Another animal detection method was conducted using longer, permanent transects. The team worked together to cut and clear four 4km transects running in different directions from the camp.  These long transects are walked in pairs, where the goal is to move slowly and as quietly as possible to maximize animal detection.  When any of these animals was seen, we collected data on the time of day, habitat type, number of individuals observed, activity of the animal before detection, and a few other variables that allow WCS to maintain an idea of how these populations are doing and where they hang out.

After the 40 days of letting the cameras monitor the area, we collected them all, deconstructed the camp, loaded up the boats, and moved to our next site: along the Rio Hondo in an area within the Madidi National Park.  Here we built a new camp, set out the cameras again in a similar grid system, and started the process over again.  New transects were cut for monitoring, another round of grid cells was selected for collecting data on field sign, and the cameras were left for another 40 days.  Unfortunately, a few weeks into our time at the Hondo site, it was time for me to leave Bolivia.  The country only allows Americans a total of 90 days in country per year, and my 90 days were nearly up.  So the boat took me back to Rurrenabaque and I flew back to the office at La Paz.

I did plan a week in La Paz to do some preliminary analysis and data organization before I left the country – and all of my collaborators.  I spent that week in the office, organizing camera trap photos, making sure I had all of the relevant habitat data, etc, while I still had WCS staff around to answer my million questions.  The photos, once collected, have to be “tagged” with a software that codes each photo with the GPS location, species shown, habitat data, etc.  This means manually going through each of our roughly 60,000 photos, looking for any animals, and marking what they are.  It takes a very, very long time.  I was grateful for that week to get a head start because I assumed (very accurately) that it would be difficult to find the time to work on it once I got back to campus.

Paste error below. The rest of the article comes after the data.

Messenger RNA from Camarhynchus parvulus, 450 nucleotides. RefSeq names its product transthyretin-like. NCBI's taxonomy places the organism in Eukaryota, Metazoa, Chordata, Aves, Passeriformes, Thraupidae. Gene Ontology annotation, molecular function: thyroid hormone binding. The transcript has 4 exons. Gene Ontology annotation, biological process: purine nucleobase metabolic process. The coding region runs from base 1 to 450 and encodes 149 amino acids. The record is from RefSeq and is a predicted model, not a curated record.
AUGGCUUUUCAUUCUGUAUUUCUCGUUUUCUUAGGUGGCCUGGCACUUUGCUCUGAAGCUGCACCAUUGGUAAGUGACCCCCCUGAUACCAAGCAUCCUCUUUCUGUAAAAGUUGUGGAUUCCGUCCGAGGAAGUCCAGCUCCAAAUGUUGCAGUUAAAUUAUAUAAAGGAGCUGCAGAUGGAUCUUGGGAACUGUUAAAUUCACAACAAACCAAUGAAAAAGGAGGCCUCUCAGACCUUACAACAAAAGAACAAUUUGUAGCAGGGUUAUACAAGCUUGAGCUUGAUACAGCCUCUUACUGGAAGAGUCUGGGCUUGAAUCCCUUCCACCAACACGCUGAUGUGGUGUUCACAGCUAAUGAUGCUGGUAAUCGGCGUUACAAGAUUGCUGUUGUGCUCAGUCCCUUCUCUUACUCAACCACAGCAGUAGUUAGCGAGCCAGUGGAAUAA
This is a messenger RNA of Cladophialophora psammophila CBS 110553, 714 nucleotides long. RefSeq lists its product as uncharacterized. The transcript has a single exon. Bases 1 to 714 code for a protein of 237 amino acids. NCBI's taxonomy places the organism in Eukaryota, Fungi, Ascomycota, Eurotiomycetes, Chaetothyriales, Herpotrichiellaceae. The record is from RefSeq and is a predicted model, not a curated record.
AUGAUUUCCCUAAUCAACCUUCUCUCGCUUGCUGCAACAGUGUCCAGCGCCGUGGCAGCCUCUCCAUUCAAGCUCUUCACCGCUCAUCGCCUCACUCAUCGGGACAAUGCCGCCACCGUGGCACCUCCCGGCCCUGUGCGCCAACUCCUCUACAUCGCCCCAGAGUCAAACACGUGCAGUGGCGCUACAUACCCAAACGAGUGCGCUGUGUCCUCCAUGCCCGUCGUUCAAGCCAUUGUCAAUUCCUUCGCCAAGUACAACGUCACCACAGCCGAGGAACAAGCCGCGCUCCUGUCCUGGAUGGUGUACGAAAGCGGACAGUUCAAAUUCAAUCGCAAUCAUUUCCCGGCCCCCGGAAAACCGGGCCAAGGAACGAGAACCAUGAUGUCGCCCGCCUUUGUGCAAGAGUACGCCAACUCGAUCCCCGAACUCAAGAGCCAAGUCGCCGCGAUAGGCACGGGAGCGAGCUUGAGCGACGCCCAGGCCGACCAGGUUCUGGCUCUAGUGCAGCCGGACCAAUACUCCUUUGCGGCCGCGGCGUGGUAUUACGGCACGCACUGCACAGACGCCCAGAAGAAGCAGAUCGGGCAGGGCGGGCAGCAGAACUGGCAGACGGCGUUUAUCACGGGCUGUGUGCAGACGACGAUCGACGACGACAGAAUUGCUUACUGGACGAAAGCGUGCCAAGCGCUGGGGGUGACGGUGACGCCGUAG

In my desire to maximize my time in the field and use every one of my 90 allotted days, I actually returned to the US after classes had resumed at Yale.  Coming back to campus late, having to move in and catch up on classes while still adjusting to my return to modern conveniences like plumbing and electricity, was more than a bit of a struggle. Even knowing that now, I would do it again. The forest at Madidi, the amazing team of local guides and WCS researchers, and the sheer enjoyment of collecting field data were all well worth it. I saw incredible wildlife on a daily basis, worked with extraordinary people, and had an altogether fantastic experience. Funding such an excursion is not cheap and it is not easy.  CLAIS and this travel award were one of several sources of funding that made this encounter possible, and I could not be more grateful.

Puma track with pen for scale

Me and two indigenous guides (Guido and Cayo) on our way to a field site

Me taking data on field sign in a stream

Me and guide Cayo on our way back to camp after a long day!

Some of the 120 field cameras that were employed at each site